Saudi Crown Prince Mohammed Bin Salman tried to pre-empt the release of the final report of the international inquiry into the killing of Saudi journalist Jamal Khashoggi by giving an interview to journalist Ghassan Charbel of the London-based Arabic newspaper Asharq Al-Awsat on Sunday, 16 June.
The Khashoggi crisis has returned to the headlines since the UN report on the investigations into his death was released on Wednesday, just a few days after Bin Salman's interview was published. Revived diplomatic concerns and clashes include former Saudi Foreign Minister Adel Al-Jubeir's warning to the UN not to take any measures against the Crown Prince or Saudi Arabia.
Bin Salman chose Asharq Al-Awsat as it is close to Saudi Arabia and was thus unlikely to ask the direct and embarrassing questions which US and European journalists would ask. The latter would include questions about the killing of Khashoggi, the siege of Qatar, the cost of normalisation with Israel and, more importantly, the nature of the relationship between the Crown Prince and the Trump administration, especially Jared Kushner, US President Donald Trump's son-in-law. In light of this, it was highly unlikely that Bin Salman could appear on Western media platforms without being subjected to a series of embarrassing questions.
The opportunities available to him have narrowed since the Khashoggi incident last October, alongside numerous and ongoing reports dealing with the human suffering in Yemen. He began his time as Crown Prince with a long and extensive tour that included the US and Europe as well as major deals and Trump's visit to Saudi Arabia, which was considered a major success for the young prince.
This all ended in isolation when the news broke about Khashoggi's murder at the Saudi Consulate in Istanbul. Bin Salman was noticeable by his absence from many international meetings, especially the European-Arab meeting in Sharm El-Sheikh a few months ago, in part to avoid the frenzy that took place during his participation in the G20 summit in Brazil last year. Instead, his tours were limited to south-east and central Asia, China and India, as he tried to escape political isolation.
Escalations in the security situation in the Gulf and the recent attacks on Saudi oil tankers, facilities and airports has restored momentum for the US and its status as an indispensible ally for Saudi Arabia that is difficult to replace or ignore. We now hear Trump asking Saudi Arabia once again for more money in exchange for protection. This will add to the pressure on Bin Salman following the publication of the UN report on Khashoggi's murder.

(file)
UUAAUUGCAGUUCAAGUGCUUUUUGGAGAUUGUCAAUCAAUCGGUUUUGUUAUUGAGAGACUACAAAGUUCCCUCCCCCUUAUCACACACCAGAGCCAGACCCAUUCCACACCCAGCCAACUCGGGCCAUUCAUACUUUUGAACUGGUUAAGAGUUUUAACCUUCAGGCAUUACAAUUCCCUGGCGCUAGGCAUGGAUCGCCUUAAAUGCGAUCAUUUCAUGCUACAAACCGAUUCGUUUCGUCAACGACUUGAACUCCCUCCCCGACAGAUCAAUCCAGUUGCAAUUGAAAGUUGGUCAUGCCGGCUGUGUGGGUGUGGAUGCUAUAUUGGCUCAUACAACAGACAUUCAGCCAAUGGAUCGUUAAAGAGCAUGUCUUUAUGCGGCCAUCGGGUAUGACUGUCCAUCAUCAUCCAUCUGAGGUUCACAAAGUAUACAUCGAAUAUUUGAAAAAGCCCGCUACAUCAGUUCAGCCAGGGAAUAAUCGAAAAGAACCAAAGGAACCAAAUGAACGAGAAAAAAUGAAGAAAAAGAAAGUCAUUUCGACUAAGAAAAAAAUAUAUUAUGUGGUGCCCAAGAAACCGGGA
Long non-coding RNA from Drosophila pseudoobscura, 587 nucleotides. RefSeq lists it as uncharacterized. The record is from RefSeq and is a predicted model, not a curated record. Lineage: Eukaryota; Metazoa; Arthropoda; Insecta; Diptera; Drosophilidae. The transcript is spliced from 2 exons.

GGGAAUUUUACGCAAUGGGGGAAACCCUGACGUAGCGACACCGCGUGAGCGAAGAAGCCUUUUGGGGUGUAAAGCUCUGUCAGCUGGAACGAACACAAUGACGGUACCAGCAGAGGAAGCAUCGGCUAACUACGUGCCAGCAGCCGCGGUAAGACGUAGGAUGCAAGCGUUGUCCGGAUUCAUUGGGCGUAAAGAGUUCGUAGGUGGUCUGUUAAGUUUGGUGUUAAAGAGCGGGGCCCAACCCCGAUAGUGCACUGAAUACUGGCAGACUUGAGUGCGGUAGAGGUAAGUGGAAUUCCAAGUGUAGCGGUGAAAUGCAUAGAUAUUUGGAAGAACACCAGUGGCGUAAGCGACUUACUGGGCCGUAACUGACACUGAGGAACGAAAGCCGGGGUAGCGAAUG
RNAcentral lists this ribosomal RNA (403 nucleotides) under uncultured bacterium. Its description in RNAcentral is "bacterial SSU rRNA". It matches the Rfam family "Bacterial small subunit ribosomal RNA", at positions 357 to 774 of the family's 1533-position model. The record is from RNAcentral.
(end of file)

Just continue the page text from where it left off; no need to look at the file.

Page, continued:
Thus, he focused on his economic vision in his interview with Asharq Al-Awsat, and tried to promote it as his biggest achievement, while also addressing major concerns such as Khashoggi, Iran, Turkey and the war in Yemen.
The prince made a great effort to condemn Iran and blame it for the major crises in the region, with repetition of his narrative about the war in Yemen and the conflict in the Gulf. He did, however, avoid addressing problematic issues such as the Qatar siege, the Palestinian cause and his positions on the "deal of the century", the Bahrain workshop, UNRWA and Jerusalem. Charbel avoided such matters in his questioning, while Bin Salman himself made no mention of them in his overview of the crises and challenges in the region. His economic promises and direct concerns dominated the conversation, sending an important message to the West. He also mentioned his business deals, the latest of which was a major arms purchase worth $8 billion from the US, and another to buy aircraft from Europe's Airbus Company.
The skill and professionalism of the interview did not hide the fears about the future of the relationship with the US, where Bin Salman is a polarising figure. He claimed that the alliance with America is strong and not affected by media campaigns. Nevertheless, his concern about the positions of a significant number of people in the West towards Saudi Arabia and its policies were exposed when he said that his government is seeking to clarify the situation to those with negative views about the Kingdom.
Bin Salman's efforts to regain his status and engage with the media on the crises associated with his period in office did not succeed in bypassing the main issue of Khashoggi's murder; his ghost haunts the Crown Prince and has a major impact on any evaluation of his performance, not least because the UN report proclaims that "there is 'credible evidence' that he and other senior officials are liable for the killing" and should be investigated. The UN special rapporteur on extrajudicial executions, Agnes Callamard, called for countries to widen sanctions related to Khashoggi's death, to include Bin Salman and his personal assets overseas. This is a painful blow to Saudi Arabia and the ambitious Prince.
In conclusion, the Crown Prince's anticipation of the UN report regarding the investigations into the murder of Jamal Khashoggi and his concerns over its content were clear in his interview with Asharq Al-Awsat, as he tried to address the Khashoggi issue in the context of Saudi law. He rejected attempts by some countries to exploit the crisis for domestic purposes, but he did not name them.
Nothing he did, however, was able to prevent the release of the UN report; nor could he stop the snowball effect that took Bin Salman back to where he was in October last year. This was when Callamard revealed that the team investigating the Khashoggi murder had found credible evidence of the involvement of senior Saudi officials in the incident, including the Kingdom's Crown Prince. This issue will have long-term implications for his future and the effectiveness of Saudi policy for years to come.
Translated from Arabi21, 20 June 2019
The views expressed in this article belong to the author and do not necessarily reflect the editorial policy of Middle East Monitor.